Ephesians 6:4 “Fathers, do not provoke your children to anger, but bring them up in the discipline and instruction of the Lord.”
The other extreme of fathers not provoking their children to anger is to not risk any provocation at all and so all disciplining and instruction are either very weak or there’s none at all. One extreme is just as bad as the other. The middle ground is that fathers should bring up (raise) their children in the discipline of the Lord and the instruction of the Lord but in a loving way and in a way that doesn’t provoke them (push them!) into anger.
Proverbs 6:23 “For the commandment is a lamp and the teaching a light, and the reproofs of discipline are the way of life.”
Context in the Bible is always king and so this verse comes among other verses that are warning the reader about the consequences of adultery. The commandment to not commit adultery could be the “commandment” that Solomon says “is a lamp.” I say that because “the commandment” is singular and it is within the context of avoiding adultery (Prov 6:23-35). The “rod” of discipline in this context is the Law of God, as it is given in Exodus 20:14 which says “You shall not commit adultery.” God associates His Law  with His Word and so the Word of God, which is the Law of God, reproves us and corrects us and points us to “the way of [eternal] life” because no unrepentant adulterer will enter the kingdom (Rev 21:8).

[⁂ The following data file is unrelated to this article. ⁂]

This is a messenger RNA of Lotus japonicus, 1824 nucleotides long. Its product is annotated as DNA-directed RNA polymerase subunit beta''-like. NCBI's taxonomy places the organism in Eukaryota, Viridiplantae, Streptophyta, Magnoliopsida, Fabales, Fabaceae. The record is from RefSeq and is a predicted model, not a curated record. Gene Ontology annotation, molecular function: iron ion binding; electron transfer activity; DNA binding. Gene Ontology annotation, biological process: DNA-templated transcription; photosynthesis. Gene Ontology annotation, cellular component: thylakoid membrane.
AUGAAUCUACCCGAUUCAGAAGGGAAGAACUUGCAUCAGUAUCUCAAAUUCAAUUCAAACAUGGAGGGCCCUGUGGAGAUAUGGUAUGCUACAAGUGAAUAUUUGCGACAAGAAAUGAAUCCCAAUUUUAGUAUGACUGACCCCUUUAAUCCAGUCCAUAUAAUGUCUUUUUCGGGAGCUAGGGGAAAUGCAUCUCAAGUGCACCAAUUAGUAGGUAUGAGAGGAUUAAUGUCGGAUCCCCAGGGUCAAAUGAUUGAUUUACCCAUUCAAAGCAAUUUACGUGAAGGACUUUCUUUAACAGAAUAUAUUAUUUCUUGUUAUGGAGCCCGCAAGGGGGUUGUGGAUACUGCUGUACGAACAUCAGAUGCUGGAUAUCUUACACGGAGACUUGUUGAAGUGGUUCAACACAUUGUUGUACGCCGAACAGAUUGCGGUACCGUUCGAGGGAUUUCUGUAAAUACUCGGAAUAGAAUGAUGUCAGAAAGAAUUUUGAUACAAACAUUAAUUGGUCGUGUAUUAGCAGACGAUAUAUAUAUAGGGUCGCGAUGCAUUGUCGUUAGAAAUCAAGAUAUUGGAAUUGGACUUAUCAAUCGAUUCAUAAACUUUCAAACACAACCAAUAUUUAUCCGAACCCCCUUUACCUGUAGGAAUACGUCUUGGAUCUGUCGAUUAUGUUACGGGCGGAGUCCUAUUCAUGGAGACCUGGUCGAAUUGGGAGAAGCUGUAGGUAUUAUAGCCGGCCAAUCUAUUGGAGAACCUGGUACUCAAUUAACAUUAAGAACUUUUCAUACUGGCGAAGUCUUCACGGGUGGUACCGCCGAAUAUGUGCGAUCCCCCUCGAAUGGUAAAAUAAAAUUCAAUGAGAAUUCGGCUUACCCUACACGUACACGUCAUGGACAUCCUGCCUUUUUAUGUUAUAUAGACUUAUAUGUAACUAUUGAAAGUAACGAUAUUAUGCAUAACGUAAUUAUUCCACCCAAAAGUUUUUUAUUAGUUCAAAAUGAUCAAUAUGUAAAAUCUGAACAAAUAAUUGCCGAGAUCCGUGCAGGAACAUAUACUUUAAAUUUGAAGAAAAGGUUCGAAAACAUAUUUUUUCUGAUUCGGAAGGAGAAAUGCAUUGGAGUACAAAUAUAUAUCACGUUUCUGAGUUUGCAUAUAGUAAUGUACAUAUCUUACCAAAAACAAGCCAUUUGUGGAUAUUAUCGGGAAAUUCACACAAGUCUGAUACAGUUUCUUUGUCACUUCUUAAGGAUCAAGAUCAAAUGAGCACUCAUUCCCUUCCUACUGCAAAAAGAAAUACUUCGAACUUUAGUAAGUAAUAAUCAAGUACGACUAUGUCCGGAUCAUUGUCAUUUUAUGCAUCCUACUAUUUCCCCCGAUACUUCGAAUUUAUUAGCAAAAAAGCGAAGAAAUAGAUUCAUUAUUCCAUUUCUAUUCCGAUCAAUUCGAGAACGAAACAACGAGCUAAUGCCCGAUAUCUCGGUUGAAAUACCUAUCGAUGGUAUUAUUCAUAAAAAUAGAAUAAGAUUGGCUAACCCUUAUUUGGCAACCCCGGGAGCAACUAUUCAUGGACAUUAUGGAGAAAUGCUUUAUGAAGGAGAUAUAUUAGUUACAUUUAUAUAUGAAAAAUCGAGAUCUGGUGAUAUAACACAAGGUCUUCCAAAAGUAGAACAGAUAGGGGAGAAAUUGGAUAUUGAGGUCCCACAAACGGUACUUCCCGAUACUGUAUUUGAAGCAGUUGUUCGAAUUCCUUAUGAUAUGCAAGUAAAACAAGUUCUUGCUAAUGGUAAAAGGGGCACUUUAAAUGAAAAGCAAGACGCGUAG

There is so much in the Bible about discipline that I had a difficult time restricting myself to eight verses. I did find that the common theme to discipline is God’s love. You cannot separate love from discipline because discipline is evidence of love. You never discipline those you don’t love but the one’s you never discipline are likely the ones you don’t love or at least love enough.
Related reading: How to Discipline Children 
Resource – Scripture quotations are from The Holy Bible, English Standard Version® (ESV®), copyright © 2001 by Crossway, a publishing ministry of Good News Publishers. Used by permission. All rights reserved.